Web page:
Don't Expect the 2015 Cincinnati Reds to Look Drastically Different Than 2014

By Grant E. Doepel
Getty Images
Getty Images

The Cincinnati Reds trade options as sellers have been hypothesized, as have their possible targets if they are buyers at the deadline. Hypothesizing team transactions is always popular because it is so much easier to manage a team from our couches than it is in the front office of a franchise. But the more that I look into this team, the harder I see it for the Reds to drastically overhaul the roster for 2015.

If you aren’t a fan of the 2014 team, don’t expect much difference in 2015.

At the moment, the Reds have only four legit trading chips: Aroldis Chapman, Johnny Cueto, Mike Leake and Alfredo Simon. Aside from these four, the Reds’ feature a group of players who are all but unmovable. Here’s why:

Joey Votto: Injury issues, massive contract.
Brandon Phillips: Age, decline in power, massive contract.
Jay Bruce: Injury, inconsistent, increasing contract.
Mat Latos: Injury.
Homer Bailey: Inconsistent, massive contract.
Jonathan Broxton: Large contract.
Sean Marshall: Poor performance, large contract.
Zack Cozart: Inconsistent.
Billy Hamilton: Reds have invested much in him, won’t be traded – plus, unproven and inconsistent.
Todd Frazier: The only lightening rod for excitement on the team, would take heaven and earth to move him.
Devin Mesoraco: The lone shining offensive star on the team, untouchable.
Ryan Ludwick: Age, contract and decline of production.

The bleak future is noticeable when you take into consideration the bump in yearly salaries that will be coming in 2015 for players such as Votto (additional $2 million in contract), Bruce (additional $2 million in contract), Phillips (additional $1 million in contract), Bailey (additional $1 million in contract), Ludwick ($4.5 million buyout), Leake (arbitration), Simon (arbitration), Latos (arbitration), Chapman (arbitration), Simon (arbitration) and Mesoraco (arbitration).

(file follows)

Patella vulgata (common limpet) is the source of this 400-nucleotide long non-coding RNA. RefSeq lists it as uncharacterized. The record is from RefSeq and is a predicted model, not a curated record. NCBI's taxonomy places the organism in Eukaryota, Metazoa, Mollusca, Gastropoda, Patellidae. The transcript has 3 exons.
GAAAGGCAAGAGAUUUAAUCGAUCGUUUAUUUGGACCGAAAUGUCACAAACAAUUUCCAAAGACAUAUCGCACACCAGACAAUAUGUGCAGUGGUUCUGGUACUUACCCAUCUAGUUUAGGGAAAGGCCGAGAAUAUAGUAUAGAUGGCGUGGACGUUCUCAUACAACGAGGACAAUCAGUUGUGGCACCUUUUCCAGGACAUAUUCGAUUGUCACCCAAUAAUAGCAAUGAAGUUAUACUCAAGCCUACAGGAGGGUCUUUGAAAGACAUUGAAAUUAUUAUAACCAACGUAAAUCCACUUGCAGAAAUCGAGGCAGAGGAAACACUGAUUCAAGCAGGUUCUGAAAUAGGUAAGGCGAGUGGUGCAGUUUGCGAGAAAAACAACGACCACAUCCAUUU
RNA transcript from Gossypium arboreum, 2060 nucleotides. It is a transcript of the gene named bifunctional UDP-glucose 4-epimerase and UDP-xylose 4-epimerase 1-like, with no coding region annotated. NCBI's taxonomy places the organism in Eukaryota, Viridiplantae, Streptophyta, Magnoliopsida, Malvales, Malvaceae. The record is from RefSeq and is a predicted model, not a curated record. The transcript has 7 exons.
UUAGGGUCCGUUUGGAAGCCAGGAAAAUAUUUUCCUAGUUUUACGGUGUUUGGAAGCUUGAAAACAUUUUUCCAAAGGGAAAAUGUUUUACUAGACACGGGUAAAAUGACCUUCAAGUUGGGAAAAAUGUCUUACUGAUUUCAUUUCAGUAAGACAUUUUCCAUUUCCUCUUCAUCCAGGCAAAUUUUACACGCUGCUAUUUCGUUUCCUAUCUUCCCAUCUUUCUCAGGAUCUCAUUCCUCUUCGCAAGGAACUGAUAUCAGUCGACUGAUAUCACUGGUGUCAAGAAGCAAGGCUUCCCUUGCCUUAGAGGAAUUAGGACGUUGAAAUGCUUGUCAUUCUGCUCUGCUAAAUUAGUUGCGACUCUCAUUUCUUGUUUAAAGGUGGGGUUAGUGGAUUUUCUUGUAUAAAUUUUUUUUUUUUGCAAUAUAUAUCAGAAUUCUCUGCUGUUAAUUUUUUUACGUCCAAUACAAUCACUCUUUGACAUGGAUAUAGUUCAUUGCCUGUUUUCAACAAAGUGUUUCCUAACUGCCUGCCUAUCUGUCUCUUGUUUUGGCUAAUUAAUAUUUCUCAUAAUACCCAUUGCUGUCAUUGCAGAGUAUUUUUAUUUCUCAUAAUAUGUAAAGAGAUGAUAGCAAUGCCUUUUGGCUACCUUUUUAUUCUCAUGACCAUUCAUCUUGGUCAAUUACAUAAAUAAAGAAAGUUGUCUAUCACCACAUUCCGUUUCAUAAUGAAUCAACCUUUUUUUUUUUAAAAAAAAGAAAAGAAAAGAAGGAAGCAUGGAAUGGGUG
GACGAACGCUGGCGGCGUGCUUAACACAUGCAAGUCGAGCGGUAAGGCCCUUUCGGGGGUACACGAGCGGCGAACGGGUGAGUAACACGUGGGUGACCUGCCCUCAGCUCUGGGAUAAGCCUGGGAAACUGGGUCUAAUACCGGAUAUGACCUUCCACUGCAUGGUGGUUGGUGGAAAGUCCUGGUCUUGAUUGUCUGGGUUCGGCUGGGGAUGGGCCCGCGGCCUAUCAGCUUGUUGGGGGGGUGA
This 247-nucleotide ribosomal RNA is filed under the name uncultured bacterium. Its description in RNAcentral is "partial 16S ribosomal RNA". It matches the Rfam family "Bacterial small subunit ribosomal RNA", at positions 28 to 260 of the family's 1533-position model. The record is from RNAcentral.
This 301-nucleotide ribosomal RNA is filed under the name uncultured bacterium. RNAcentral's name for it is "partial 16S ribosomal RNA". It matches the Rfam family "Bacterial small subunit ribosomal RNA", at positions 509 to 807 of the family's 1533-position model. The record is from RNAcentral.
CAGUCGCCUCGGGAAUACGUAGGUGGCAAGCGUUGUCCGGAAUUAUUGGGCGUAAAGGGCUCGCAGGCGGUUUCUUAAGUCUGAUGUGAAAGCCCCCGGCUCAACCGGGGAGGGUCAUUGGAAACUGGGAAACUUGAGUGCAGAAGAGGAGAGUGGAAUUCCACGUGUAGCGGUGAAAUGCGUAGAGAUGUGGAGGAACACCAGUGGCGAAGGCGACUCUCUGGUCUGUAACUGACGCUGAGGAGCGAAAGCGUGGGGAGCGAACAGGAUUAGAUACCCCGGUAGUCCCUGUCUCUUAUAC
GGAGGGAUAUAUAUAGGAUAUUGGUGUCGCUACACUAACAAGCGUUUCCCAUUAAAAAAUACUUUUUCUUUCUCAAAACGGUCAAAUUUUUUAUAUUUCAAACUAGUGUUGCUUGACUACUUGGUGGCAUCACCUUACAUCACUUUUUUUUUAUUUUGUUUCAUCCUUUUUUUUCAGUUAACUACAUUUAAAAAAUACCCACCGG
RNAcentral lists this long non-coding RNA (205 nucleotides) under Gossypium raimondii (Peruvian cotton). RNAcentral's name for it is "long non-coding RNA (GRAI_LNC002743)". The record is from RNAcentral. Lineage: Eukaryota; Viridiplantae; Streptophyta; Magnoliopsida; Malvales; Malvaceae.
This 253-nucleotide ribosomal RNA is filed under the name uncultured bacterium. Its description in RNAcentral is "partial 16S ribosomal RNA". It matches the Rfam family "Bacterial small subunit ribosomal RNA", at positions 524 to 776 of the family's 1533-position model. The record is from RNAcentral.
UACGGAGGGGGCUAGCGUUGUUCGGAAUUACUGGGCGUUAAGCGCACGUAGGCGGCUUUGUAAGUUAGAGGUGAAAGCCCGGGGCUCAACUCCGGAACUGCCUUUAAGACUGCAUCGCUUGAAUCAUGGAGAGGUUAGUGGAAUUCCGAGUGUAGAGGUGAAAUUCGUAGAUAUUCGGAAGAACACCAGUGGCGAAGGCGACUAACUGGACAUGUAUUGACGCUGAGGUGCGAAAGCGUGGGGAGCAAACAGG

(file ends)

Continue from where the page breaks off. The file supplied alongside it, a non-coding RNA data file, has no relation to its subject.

What do all of these numbers mean? It means that the Reds will have a hard time moving a majority of their players without being forced to include money or take a lesser return in a trade. The four players mentioned as legit trading chips are going to garner interest for the same reason the Reds would be interested in keeping them – they are (for the most part) affordable and productive, two important traits. If a team has any hope of landing prospects/players with great potential, they must part with something of equal to greater value – otherwise, why would another team entertain such a trade?

For the Reds, the time between now and Spring 2015 will be rather interesting. After all, the front office felt confident enough in this team last offseason to withhold drastic changes. What would stop them from having the same confidence after 2014?

“We have confidence in our team as is going forward. Before being plagued by injuries last season, we had a team in place that we felt were more than capable of winning the division and making a deep run in the postseason.”

Admit it, you wouldn’t be surprised at all to hear Walt Jocketty iterating such a phrase to the media at some point this offseason.

Grant Doepel is a Cincinnati Reds writer for Follow him on Twitter @GrantDoepel, like him on Facebook and add him to your network on Google.

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